Abstract Advanced glycation end products (AGEs) and oxidative stress are elevated with aging and dysmetabolic conditions. Because a Mediterranean (Med) diet reduces oxidative stress, serum AGEs levels, and gene expression related to AGEs metabolism in healthy elderly people, we studied whether supplementation with coenzyme Q10 (CoQ) was of further benefit. Twenty participants aged ≥ 65 (10 men and 10 women) were randomly assigned to each of three isocaloric diets for successive periods of 4 weeks in a crossover design: Med diet, Med + CoQ, and a Western high-saturated-fat diet (SFA diet). After a 12-hour fast, volunteers consumed a breakfast with a fat composition similar to the previous diet period. Analyses included dietary AGEs consumed, serum AGEs and AGE receptor-1 (AGER1), receptor for AGEs (RAGE), glyoxalase I (GloxI), and estrogen receptor α (ERα) mRNA levels. Med diet modulated redox-state parameters, reducing AGEs levels and increasing AGER1 and GloxI mRNA levels compared with the SFA diet. This benefit was accentuated by adding CoQ, in particular, in the postprandial state. Because elevated oxidative stress/inflammation and AGEs are associated with clinical disease in aging, the enhanced protection of a Med diet supplemented with CoQ should be assessed in a larger clinical trial in which clinical conditions in aging are measured. Oxidative stress, Coenzyme Q10, Mediterranean diet, Age-related diseases, Advanced glycation end products Aging is a biological process characterized by a time-dependent, progressive, and physiological decline, accompanied by an increased incidence of age-related diseases (1). Both reactive oxygen species (ROS) and oxidative stress have been pointed out as primary determinants of aging (2). A certain amount of oxidative damage takes place even under normal conditions, but the rate of this damage increases during pathological conditions such as diabetes, cardiovascular diseases, cancer, or other aging-related diseases (3). The contribution of advanced glycation end products (AGEs) in the origin and progression of age-associated diseases has been reported, increasing oxidative stress and inflammation, which underlies their pathology (4–6). AGEs constitute a heterogeneous group of compounds derived from the nonenzymatic glycation of proteins, lipids, and nuclear acids via a complex sequence of reactions referred as the Maillard reaction (7). Glyoxal, methylglyoxal (MG), (8) and N-carboxymethyllysine (CML) are the most well-studied AGEs and serve as markers of AGE accumulation in several tissues (9). Small amounts of AGEs are generated in vivo as a normal consequence of metabolism, and they gradually accumulate during aging, especially in the context of associated chronic diseases (10). However, dietary AGEs (dAGEs) are one of the most important exogenous AGEs sources that contribute to the body AGEs pool (11). In this sense, studies in healthy participants on self-selected diets with low or high dAGEs content showed a strong correlation of AGEs intake and serum AGE levels (sAGEs) (12). Consumption of an AGE-restricted diet is an effective method to reduce the body’s total AGE concentration and that, in turn, decreases oxidative stress and inflammation in many populations (13,14). AGEs content of a diet depends on the nutrient composition and on the way food is processed (15,16). In fact, there is growing evidence that the Western-style diet, rich in saturated fatty acids (SFA), is a plentiful source of exogenous AGEs (17). When evaluating the influence of the diet on oxidative stress, most studies analyzed several factors in the fasting state after different dietary regimens. However, fasting is not the typical physiological state of the modern human being, who spends most of their time in a postprandial state (18). Postprandial oxidative stress is characterized by an increase in oxidative stress biomarkers after the intake of a meal (19). In line with this, the Mediterranean diet (Med diet), which is rich in monounsaturated fatty acids (MUFA) and minimally processed natural foods, was found to reduce postprandial oxidative stress and inflammation (20). Interest in Coenzyme Q10 (CoQ; 2,3-dimethoxy-5-methyl-6-decaprenyl-1,4-benzoquinone) was stimulated by the fact that it may be an additional antioxidant source based on its key role in mitochondrial bioenergetics and its widely studied antioxidant capacity under lipophilic conditions (21). Aging, poor eating habits, and stress affect the organism’s ability to provide adequate amounts of CoQ. Many researchers suggest that using CoQ supplements may help to maintain the health status of elderly people and may also treat some of the age-related diseases. For instance, it might be used as adjunctive therapy in the treatment of congestive heart failure (22) as well as for slowing the progression of Parkinson’s disease in its early stages (23). We previously showed that postprandial oxidative stress was reduced after a Mediterranean diet supplemented with CoQ (Med + CoQ diet) when compared with a SFA-rich diet (24–26). However, the effect of Mediterranean diet and CoQ in the metabolism of AGEs associated with aging has not been established. In this sense, our main aim was to determine whether the Med + CoQ diet may have a favorable effect on the oxidative stress by modifying the levels of sAGEs and the expression of genes related to AGEs metabolism in healthy elderly people. Methods Participants and Recruitment Volunteers were recruited using various methods including general practitioner databases and advertisements by posters and newspapers. Among those willing to consider entering the study, a total of 63 persons were contacted and showed their willingness to enter the study. Inclusion and exclusion criteria were fulfilled by 20 patients (age ≥ 65 years; 10 men and 10 women). Clinical inclusion criteria were as follows: age ≥ 65 years, body mass index = 20–40 kg/m2, total cholesterol concentration ≤ 8.0 mmol/L, and nonsmokers. The clinical exclusion criteria were as follows: age < 65 years, diabetes or other endocrine disorders, chronic inflammatory conditions, kidney or liver dysfunction, iron deficiency anemia (hemoglobin < 12 g/dL men, <11 g/dL women), prescribed hypolipidemic and anti-inflammatory medication, fatty acid supplements including fish oil, consumers of high doses of antioxidant vitamins (A, C, E, β-carotene), highly trained or endurance athletes or those who participate in more than three periods of intense exercise per week, weight change ≥ 3 kg within the last 3 months, smokers, alcohol, or drug abuse (based on clinical judgment). Forty-three patients were excluded after reviewing the inclusion and exclusion criteria, being the main cause of exclusion the existence of chronic diseases. Before joining the study, all participants underwent a comprehensive medical history, physical examination, and clinical chemistry analysis and gave informed consent. The study protocol was approved by the Human Investigation Review Committee of the Reina Sofia University Hospital, according to institutional and Good Clinical Practice guidelines (protocol number 772). Study Design Participants were randomly assigned to receive, in a crossover design, three sequential isocaloric diets for 4-week periods each. The experimental design of the study was described previously (Supplementary Figure 2) (24–26). Because all participants consumed the three diets, the final sample size was considered to be 60. The three diets were as follows: (a) Mediterranean diet supplemented with CoQ (Med + CoQ diet; ubiquinone: 200 mg/d in capsules), containing 15% of energy as protein, 47% of energy as carbohydrate, and 38% of total energy as fat (24% MUFA [provided by virgin olive oil], 10% SFA, 4% polyunsaturated fatty acid [PUFA]); (b) Mediterranean diet not supplemented with CoQ (Med diet), with the same composition of the first diet but supplemented by placebo capsules; and (c) Western diet rich in saturated fat (SFA diet), with 15% of energy as protein, 47% of energy as carbohydrate, and 38% of total energy as fat (12% MUFA, 22% SFA, 4% PUFA). From the Med/Med + CoQ diets, 80% of the MUFA was provided by virgin olive oil, which was used for cooking, salad dressing, and as a spread. Butter was used as the main source of SFA during the SFA dietary period (Supplementary Table 3). The cholesterol intake was kept constant (<300 mg/d) during the three periods. Both the CoQ and the placebo capsules were specially produced by the same company (Kaneka Corporation, Osaka, Japan) and were identical in weight and external aspects. Patients taking the capsules were unaware whether they were in the Med + CoQ or Med dietary period (Supplementary Table 1). The composition of the experimental diets was calculated by using the U.S. Department of Agriculture (1987) food tables and Spanish food-composition tables for local foodstuffs (27,28). At the end of each dietary intervention period, participants were given a fatty breakfast with the same fat composition as consumed in each of the assigned diets. Patients presented at the clinical centers 8-hours following a 12-hour fast (time 0) and abstained from alcohol intake during the preceding 7 days. A fasting blood sample was taken in the morning, following which the test meal, was ingested within 20 minutes under supervision. Subsequent blood samples were drawn at 4 hours. Test meals provided an equal amount of fat (0.7 g/kg of body weight), cholesterol (5 mg/kg of body weight), and vitamin A (60,000 IU/m2 body surface area). The test meal provided 65% of energy as fat, 10% as protein, and 25% as carbohydrates. The composition of the breakfasts was as follows: Med with CoQ breakfast (400 mg in capsules; 12% SFA, 43% MUFA, 10% PUFA); Med with placebo capsules breakfast (12% SFA, 43% MUFA, 10% PUFA); and SFA-rich breakfast (38% SFA, 21% MUFA, 6% PUFA). Biochemical Determinations Serum samples Samples from each dietary intervention were collected in the fasting state and 4 hours after the meal intake (postprandial state) and stored with particular care to avoid exposure to air and light. Serum was separated from whole blood by centrifugation at 1,500g for 20 minutes at 20°C within 1 hour of extraction. dAGEs intake Assessment of dAGEs content was performed using 3-day weighed food diaries emphasizing cooking methods that were completed by the participants, at baseline, Week 2, and Week 4 for each diet. Similarly, dAGEs content was also determined after each test breakfast. Then, dAGEs content was estimated from a database of approximately 560 foods that lists AGE values (16) and was expressed as AGE kilounits per 100-gram food. Measurement of AGEs Serum CML and MG (sCML and sMG) were determined by well-validated competitive ELISAs (OxiSelect Methylglyoxal Competitive Elisa Kit and OxiSelect Nε-Carboxymethyllysine Competitive Elisa Kit [Cell Biolabs, San Diego], respectively), which are based on noncross-reactive monoclonal antibodies (mabs) for protein-bound CML (4G9 mab) and protein-bound MG derivatives. The immunogens used to generate the mabs (ie, lysine-MG-H1 [3D11 mab] and protein-bound CML) were characterized by high-performance liquid chromatography (29). The resulting values reflect relatively stable protein- or peptide-associated CML and MG and not the free compounds. The interassay coefficients of variation were 2.8% and 5.2% for CML and MG, respectively; the intra-assay coefficients of variation were 2.6% and 4.1% for CML and MG, respectively (13). Isolation of peripheral blood mononuclear cells Peripheral blood mononuclear cells (PBMCs) were isolated from 20 mL of venous blood, at fasting and postprandial states, in tubes containing 1 mg/mL of ethylenediaminetetraacetic acid. The blood samples were diluted 1:1 in phosphate-buffered saline, and cells were separated in Ficoll gradient (Ficoll-Paque PLUS; GE Healthcare Bio-Sciences AB, Uppsala, Sweden) by centrifugation at 800g for 25 minutes at 20°C. The cells were collected and washed with cold phosphate-buffered saline two times and finally resuspended in a buffer. The buffer contained 10 mM HEPES, 15 mM KCl, 2 mM MgCl2, and 1 mM ethylenediaminetetraacetic acid (at the time of use, 1 mM phenylmethylsulfonyl fluoride and 1 mM dithiothreitol were added; Sigma–Aldrich, St. Louis, MO). The cells thus obtained were stored at −80°C for further analysis. RNA extraction Total RNA from PBMCs was extracted using the trizol method according to the recommendations of the manufacturer (Tri Reagent; Sigma–Aldrich) and quantified using a Nanodrop ND-1000 v3.5.2 spectrophotometer (Nanodrop Technology, Cambridge, UK). RNA integrity was verified on agarose gel electrophoresis and stored at −80°C. Samples were digested with DNAse I (AMPD-1 KT; Sigma–Aldrich) before real-time PCR. Quantitative Real-Time PCR for Gene Expression Analysis Real-time PCR was carried out using the OpenArray NT Cycler system (Applied Biosystems, Carlsbad, CA), following the manufacturer’s instructions. Each reaction was performed with 1 μL of a 1:5 (v/v) dilution of the first cDNA synthesized from 1 μg of total RNA using the commercial kit High Capacity cDNA Reverse Transcription Kit with RNAse inhibitor (Applied Biosystems), following the manufacturer’s instructions. The gene expression analysis was performed on duplicated samples from 20 participants at fasting and at 4 hours after intake of the fat overload. Primer pairs were selected from the database TaqMan Gene Expression assays (Applied Biosystems; https://products.appliedbiosystems.com/ab/en/US/adirect/ab?cmd=catNavigate2&catID=601267), for the following genes: AGE receptor-1 (AGER1), receptor for AGEs (RAGE), glyoxalase I (GloxI), and estrogen receptor α (ERα). The relative expression for each analyzed gene was calculated with GADPH (glyceraldehyde-3-phosphate dehydrogenase) as a housekeeping gene. The data set was analyzed by OpenArray Real-Time qPCR Analysis Software (Applied Biosystems). Statistical Analysis PASW Statistics, Version a8, SPSS statistical software (Chicago, IL) was used for statistical analysis. The Kolmogorov–Smirnov test did not show a significant departure from normality in the distribution of variance values. In order to evaluate data variation, Student’s t test and analysis of variance for repeated measures was performed, followed by Bonferroni’s correction for multiple comparisons, depending on the existence of two or more groups in each comparison. We studied the statistical effects of the type of fat meal ingested, independent of time (represented by p1), the effect of time (represented by p2), and the interaction of both factors (represented by p3). Pearson’s correlation analyses were performed to examine the correlations between AGER1 and RAGE mRNA levels and sCML and sMG and other parameters related to inflammation and redox state described in our previous reports (nuclear factor [erythroid-derived 2]-like 2 [Nrf2], thioredoxin [Trx], NADPH oxidase subunits [p40phox and p67phox], interleukin-8 [IL-8] mRNA levels, and plasmatic nitric oxide, 8-isoprostanes, and protein carbonyls levels) (24,26). Differences were considered to be significant when p < .05. All data presented in text and tables are expressed as means ± SE. Results Baseline Characteristics of the Study Population All participants completed the three dietary intervention periods. Men had higher height, waist circumference, triglyceride, and Apo B than women. There were no other differences by gender (Supplementary Table 2). dAGEs Consumed in Each Dietary Intervention Med diet (with or without CoQ supplementation) and SFA diet differed in quality fat composition, and this was mirrored by differences in dAGEs levels (Figure 1A and B). In both the fasting and postprandial phase after SFA diet, participants consumed a higher amount of dAGEs compared with Med or Med + CoQ diets (all p < .05; Figure 1A and B). There were no differences in the amount of food-related AGEs between Med and Med + CoQ diets (Figure 1A). Figure 1. View largeDownload slide dAGEs levels consumed after 4 weeks of each dietary intervention (A) and after 4-hour postprandial state (B). Fasting and postprandial levels of MG (C) and CML (D) in serum samples according to the different diets consumed. Data were analyzed using ANOVA for repeated measures. All values represent the mean ± SE. Bars with different superscript letters depict statistically significantly differences. *Differences between fasting and postprandial phase (p < .05). p1: diet effect, p2: time effect, p3: diet × time interaction. AGEs = advanced glycation end products; ANOVA = analysis of variance; CML = N-carboxymethyllysine; CoQ = coenzyme Q10; dAGEs = dietary advanced glycation end products; Med = Mediterranean; MG = methylglyoxal; SFA = saturated fat. Figure 1. View largeDownload slide dAGEs levels consumed after 4 weeks of each dietary intervention (A) and after 4-hour postprandial state (B). Fasting and postprandial levels of MG (C) and CML (D) in serum samples according to the different diets consumed. Data were analyzed using ANOVA for repeated measures. All values represent the mean ± SE. Bars with different superscript letters depict statistically significantly differences. *Differences between fasting and postprandial phase (p < .05). p1: diet effect, p2: time effect, p3: diet × time interaction. AGEs = advanced glycation end products; ANOVA = analysis of variance; CML = N-carboxymethyllysine; CoQ = coenzyme Q10; dAGEs = dietary advanced glycation end products; Med = Mediterranean; MG = methylglyoxal; SFA = saturated fat. Plasma CoQ and Serum AGEs Levels After Each Dietary Intervention Fasting and postprandial plasma CoQ levels were higher after Med + CoQ diet compared with the other diets (all p < .05). Moreover, Med + CoQ diet produced an increase in plasma CoQ levels during the postprandial phase compared with fasting state (p = .019; Supplementary Figure 1). Conversely, fasting sMG and sCML levels were higher after SFA diet compared with both Med and Med + CoQ diets (all p < .05; Figure 1C and D). Furthermore, Med + CoQ diet produced lower postprandial sMG and sCML levels compared with Med diet (p = .013 and .019, respectively). We also observed lower postprandial levels of both sAGEs forms after Med diet compared with SFA diet (p = .005 and .009, respectively; Figure 1C and D). Interestingly, sMG levels decreased significantly during the postprandial phase when compared with the fasting state in the Med + CoQ diet group (p = .023) but were unchanged in the Med group and were even increased in SFA group (Figure 1C). Dietary Intake and Expression of Genes Related to Receptors for AGEs in PBMCs The antioxidant properties of AGER1 are due to the fact that it reduces AGE levels in the intracellular and extracellular spaces (13,14). Conversely, cell surface RAGE binds AGEs and induces the generation of ROS and promotes an inflammatory response (30). Med and Med + CoQ diets produced higher fasting and postprandial AGER1 mRNA levels and lower fasting and postprandial RAGE mRNA levels compared with SFA diet. However, we observed higher postprandial AGER1 mRNA levels after Med + CoQ diet compared with Med diet (all p < .05; Figure 2A and B). We did not find differences on fasting and postprandial RAGE mRNA levels between Med + CoQ and Med diets (Figure 2B). Conversely, Med and Med + CoQ diets produced an increase in AGER1 mRNA levels, during the postprandial phase compared with the fasting state (p = .025 and .006, respectively), whereas consumption of the SFA diet resulted in a decrease of postprandial AGER1 mRNA levels in comparison with the fasting state (Figure 2A). Figure 2. View largeDownload slide Fasting and postprandial levels of AGER1 mRNA (A), RAGE mRNA (B), GloxI mRNA (C), and ERα mRNA (D) in PBMCs according to the different diets consumed. Data were analyzed using ANOVA for repeated measures. All values represent the mean ± SE. Bars with different superscript letters depict statistically significantly differences. *Differences between fasting and postprandial phase (p < .05). p1: diet effect, p2: time effect, p3: diet × time interaction. AGER1 = advanced glycation end product receptor-1; ANOVA = analysis of variance; PBMCs = peripheral blood mononuclear cells; RAGE = receptor for AGEs. Figure 2. View largeDownload slide Fasting and postprandial levels of AGER1 mRNA (A), RAGE mRNA (B), GloxI mRNA (C), and ERα mRNA (D) in PBMCs according to the different diets consumed. Data were analyzed using ANOVA for repeated measures. All values represent the mean ± SE. Bars with different superscript letters depict statistically significantly differences. *Differences between fasting and postprandial phase (p < .05). p1: diet effect, p2: time effect, p3: diet × time interaction. AGER1 = advanced glycation end product receptor-1; ANOVA = analysis of variance; PBMCs = peripheral blood mononuclear cells; RAGE = receptor for AGEs. Dietary Intake and Expression of Genes Related to AGE Metabolism and Oxidative Stress in PBMCs GloxI detoxifies reactive α-oxoaldehyde, thereby removing AGEs, particularly MG (31). In addition, AGEs have been implicated in the reduction in number and function of estrogen receptors (ERs) (32). Med and Med + CoQ diets produced higher fasting and postprandial GloxI mRNA levels and higher postprandial ERα mRNA levels compared with SFA diet (all p < .05; Figure 2C and D). There were no differences in fasting ERα mRNA levels among the three diets. Conversely, Med + CoQ diet produced higher postprandial GloxI mRNA levels compared with Med diet (p = .018; Figure 2C). Conversely, Med diet produced an increase in ERα mRNA levels, and both Med and Med + CoQ diets produced an increase in GloxI mRNA levels, during the postprandial phase compared with fasting state (all p < .05) but not after SFA diet (Figure 2C and D). Relationship Between AGEs and Inflammatory and Redox-State-Related Parameters Figures 3 and 4 show the correlation results for the relationship between AGER1 and RAGE mRNA levels and parameters related to redox state and inflammation. A univariate analysis showed a moderate positive correlation between AGER1 mRNA levels and Nrf2 mRNA levels (r = .396; p = .018), nitric oxide levels (r = .401; p = .010) and Trx mRNA levels (r = .444; p = .002), a moderate negative correlation with protein carbonyl levels (r = −.305; p = .032), and a weak negative correlation with 8-isoprostanes levels (r = −.299; p = .024). As anticipated, RAGE mRNA levels showed a strong positive correlation with IL-8 mRNA levels (r = .511; p = .003) and 8-isoprostanes levels (r = .613; p = .011), and a moderate positive correlation with sMG content (r = .301; p = .007) and gene expression of a subunit of NADPH oxidase such as p67phox mRNA levels (r = .361; p = .001). Figure 3. View largeDownload slide Correlation analysis between AGER1 and RAGE mRNA levels and expression of genes related to oxidative stress/inflammation, in PBMCs. r (correlation coefficient) has been determined by Pearson’s method; p < .05 is considered significant. AGER1 = advanced glycation end product receptor-1; p67phox = subunit of NADPH oxidase; PBMCs = peripheral blood mononuclear cells; RAGE = receptor for AGEs; Trx = thioredoxin. Figure 3. View largeDownload slide Correlation analysis between AGER1 and RAGE mRNA levels and expression of genes related to oxidative stress/inflammation, in PBMCs. r (correlation coefficient) has been determined by Pearson’s method; p < .05 is considered significant. AGER1 = advanced glycation end product receptor-1; p67phox = subunit of NADPH oxidase; PBMCs = peripheral blood mononuclear cells; RAGE = receptor for AGEs; Trx = thioredoxin. Figure 4. View largeDownload slide Correlation analysis between AGER1 and RAGE mRNA levels and plasma and serum oxidative stress/inflammation-related variables. r (correlation coefficient) has been determined by Pearson’s method; p < .05 is considered significant. AGER1 = advanced glycation end product receptor-1; RAGE = receptor for AGEs; sMG = serum methylglyoxal. Figure 4. View largeDownload slide Correlation analysis between AGER1 and RAGE mRNA levels and plasma and serum oxidative stress/inflammation-related variables. r (correlation coefficient) has been determined by Pearson’s method; p < .05 is considered significant. AGER1 = advanced glycation end product receptor-1; RAGE = receptor for AGEs; sMG = serum methylglyoxal. Discussion Recent knowledge points toward high levels of ROS and oxidative stress as the primary determinants of aging, together with low levels of CoQ present during the aging process, explain the fact of selecting an elderly population in our study. Conversely, current dietary habits would predict that modern-day humans spend most of the time in the postprandial state (18), which is known to be a stressful condition because this is the time in which an oxidative stress situation normally occurs (19). Therefore, the postprandial phase is probably one of the most essential periods to reveal the healthy or detrimental effects of dietary interventions by studying variations in oxidative stress. In this sense, our results corroborated the antioxidant and anti-inflammatory effects of the consumption of a Med diet, both in fasting and postprandial states (20). Moreover, the addition of the CoQ to a Med-style diet provides an additional beneficial effect of reducing the oxidative and inflammatory state, particularly in the postprandial phase (24,26). Here, we have shown for the first time that CoQ supplementation resulted in a greater decrease in endogenous AGEs levels, sMG and sCML, during postprandial state, which is likely a consequence of an increase in gene expression related with AGEs metabolism, AGER1 and GloxI. Although other clinical studies have been focused on the antioxidant effects of CoQ, the current study is the first cross-randomized controlled dietary trial that analyzes the effect of supplementation with CoQ on AGEs during the postprandial phase in an aged population. Another novel feature of this study is the correlations between the diets and the metabolism of AGEs. Several studies have shown that a low-AGE diet reduced circulating AGE levels and chronic inflammation/oxidative stress in patients with age-related diseases (4,14). The current study extends these previous data and shows that consumption of Med diet, with or without supplementation with CoQ, provided lower dAGEs content compared with SFA diet. Med diet components (MUFA, α-tocopherol, phenolic compounds, or phytoesterols) could provide the antioxidant capacity of this diet, suggesting its direct association with a decrease of oxidative stress (33). Previous studies showed that sAGEs levels are directly related to AGEs consumed via the diet (34), a finding that is corroborated by the current study. In contrast, consumption of SFA diet, with higher content in dAGEs, was associated with increased sMG and sCML levels. Dietary intervention studies demonstrated that SFA-rich diets contain elevated quantities of AGEs with adverse consequences on health (4,35). In response to high AGEs levels, the host defense system employs different mechanisms to restrict their toxicity. The glyoxalase system (mainly GloxI and GloxII) (11) and AGER1/RAGE receptors have been shown to be a part of the innate and adaptive defense that serve to respond to AGEs. GloxI is an important regulator of the control of intracellular AGEs because it binds and detoxifies AGEs formed during normal metabolism. AGER1 binds extracellular AGEs and delivers them to the lysosomes where they are detoxified (30), thus reducing AGE-related ROS and inflammation (13,36). Another means of reducing extracellular AGEs levels is provided by circulating RAGE because it binds AGEs. However, after this binding, RAGE induces oxidative stress/inflammation, and thus, it can be considered as a deleterious response (37). These defense mechanisms are reduced in aging and other age-related diseases, resulting in suppression of the antioxidant defense system and increased levels of pro-oxidant mechanisms, which results in a further increase in AGEs levels, ROS, and finally leads to tissue injury (29). The current study supports these findings and other previous studies showing that sAGEs serve as stimuli for changes in gene expression. Namely, higher AGER1 and GloxI mRNA levels and the lower RAGE mRNA levels observed in participants with the Med diet intake could also explain the reduction in sMG and sCML levels compared with the SFA diet. Although both Med and Med + CoQ diets contained similar levels of dAGEs, supplementation of a Med diet with CoQ led to further reductions in the postprandial levels of sMG and sCML accompanied by increased AGER1 and GloxI mRNA levels. Besides being part of the mammalian mitochondrial electron transport chain, CoQ is related with protection and elimination of oxidative damage due its antioxidant properties in all cell membranes preventing lipid peroxidation and participating in the regeneration of other antioxidants, such as α-tocopherol (38). Although the reduced form of this molecule, ubiquinol, is the one that acts as a potent lipid-soluble antioxidant scavenging free-radical species and regenerating the active form of other antioxidants (21), our study showed a high protection of the redox state when a Med diet was supplemented with ubiquinone, the oxidized form. In accordance, efficient mechanisms for reduction of CoQ seem to be present in the blood, and the majority of this compound is in the reduced state even after a fourfold elevation of concentration on dietary supplementation with its oxidized form (39). CoQ deficiency results in an impairment of the assembly and/or stability of the respiratory chain enzymes, which leads to imbalanced oxidative phosphorylation and enhanced ROS production (40), and a reduced cell capacity against oxidative damage (38). Therefore, the addition of CoQ to the diet could be expected to enhance respiratory chain activity, reduce ROS production, and protect from protein oxidation and lipid peroxidation (41), outcomes that could contribute to a reduction in the formation of endogenous AGEs. This ultimately might lead to preservation of anti-AGE defenses (GloxI and AGER1). Although estrogen levels are decreased in aging, they remain sufficient to stimulate ERs, suggesting that the insensitivity to estrogen in the postmenopausal period is due to the decrease in number and function of ERs (32). Several studies have implicated AGEs in ERα inhibition (6,42). ERα mRNA levels were increased in those participants consuming the Med and Med + CoQ diets. Moreover, Med and Med + CoQ diets contained the lowest levels of AGEs and contributed to a reduction of sAGEs levels, which may have led to the increased postprandial ERα mRNA levels in these participants. The oxidant and inflammatory action of circulating AGEs is normally controlled by AGER1, considered as the main host defense against glycoxidants, whereas the AGEs binding to RAGE produces the activation of inflammatory and immune responses, which finally leads to cell damage (29,36). In this way, AGER1 mRNA levels were mainly associated with genes/markers related to antioxidant defenses (a moderate correlation with Nrf2 and Trx mRNA and plasma nitric oxide levels), whereas RAGE mRNA levels showed associations with inflammatory/oxidative markers (a strong correlation with IL-8 mRNA and 8-isoprostanes levels, and a moderate correlation with sMG and p67phox mRNA levels, a subunit of NAPDH oxidase enzyme, related to ROS production in the cell). The present study has the advantage of a randomized crossover design in which all the participants have experienced the three diet periods, each individual acting as his/her own control and strengthening the fact that the effects observed are indeed due to the influence of the type of diet. Our study has certain limitations because ensuring adherence to dietary instructions is difficult in a feeding trial. However, adherence to the recommended dietary patterns was satisfactory, as can be judged by the measurements of compliance. In conclusion, our results support the protective effect of a Med diet against oxidative stress/inflammation, and this protection is enhanced by supplementing with CoQ, thus reducing postprandial circulating AGEs levels and modulating the expression of genes related to AGEs metabolism in elderly men and women. This fact may be a good starting point for assessing the benefits of both consuming low-AGE diets and the use of CoQ on clinical features associated to age. Supplementary Material Please visit the article online at http://gerontologist.oxfordjournals.org/ to view supplementary material. Funding This work was supported in part by research grants from the Ministerio de Ciencia e Innovación (AGL2004-07907, AGL2006-01979, and AGL2009-12270), Ministerio de Ciencia y Competitividad (AGL2012-39615 to J.L.-M., FIS PI10/01041 to P.P.-M., and FIS PI13/00023 to J.D.-L.), Consejería de Innovación, Ciencia y Empresa, Junta de Andalucía (P06-CTS-01425 and PI0193/09 to J.L.-M., PI-0252/09 to J.D.-L., and PI-0058/10 to P.P.-M.), Proyecto de Excelencia, Consejería de Economía, Innovación, Ciencia y Empleo (CVI-7450 to J.L.-M.); Merck Serono and Fundacion 2000 (Clinical Research in Cardiometabolic to P.P.-M.). Conflict of Interest The authors have no conflicts of interest to disclose. Acknowledgments The CIBEROBN is an initiative of the Instituto de Salud Carlos III, Madrid, Spain. 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The Journals of Gerontology Series A: Biomedical Sciences and Medical Sciences – Oxford University Press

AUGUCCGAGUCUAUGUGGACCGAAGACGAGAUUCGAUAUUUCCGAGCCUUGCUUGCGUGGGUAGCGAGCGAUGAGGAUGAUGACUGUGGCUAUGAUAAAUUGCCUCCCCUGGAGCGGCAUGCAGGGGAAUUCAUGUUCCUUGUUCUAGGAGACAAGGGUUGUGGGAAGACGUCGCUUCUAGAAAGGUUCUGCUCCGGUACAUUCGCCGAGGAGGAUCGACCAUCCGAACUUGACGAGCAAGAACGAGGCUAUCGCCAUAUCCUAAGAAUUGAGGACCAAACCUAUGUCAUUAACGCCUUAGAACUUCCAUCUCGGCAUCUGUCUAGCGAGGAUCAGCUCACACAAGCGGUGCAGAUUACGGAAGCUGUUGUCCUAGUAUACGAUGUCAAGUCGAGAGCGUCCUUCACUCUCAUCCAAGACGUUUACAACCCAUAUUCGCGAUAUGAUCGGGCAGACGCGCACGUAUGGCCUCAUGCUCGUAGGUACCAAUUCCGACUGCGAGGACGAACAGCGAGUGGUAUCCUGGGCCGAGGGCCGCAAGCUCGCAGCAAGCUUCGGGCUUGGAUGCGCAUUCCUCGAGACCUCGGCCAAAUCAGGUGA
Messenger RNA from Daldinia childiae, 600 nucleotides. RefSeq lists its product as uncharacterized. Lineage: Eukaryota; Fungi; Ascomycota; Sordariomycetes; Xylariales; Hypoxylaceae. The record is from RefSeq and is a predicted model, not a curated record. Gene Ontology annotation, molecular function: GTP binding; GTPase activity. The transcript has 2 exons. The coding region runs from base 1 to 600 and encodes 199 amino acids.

Published: Mar 1, 2018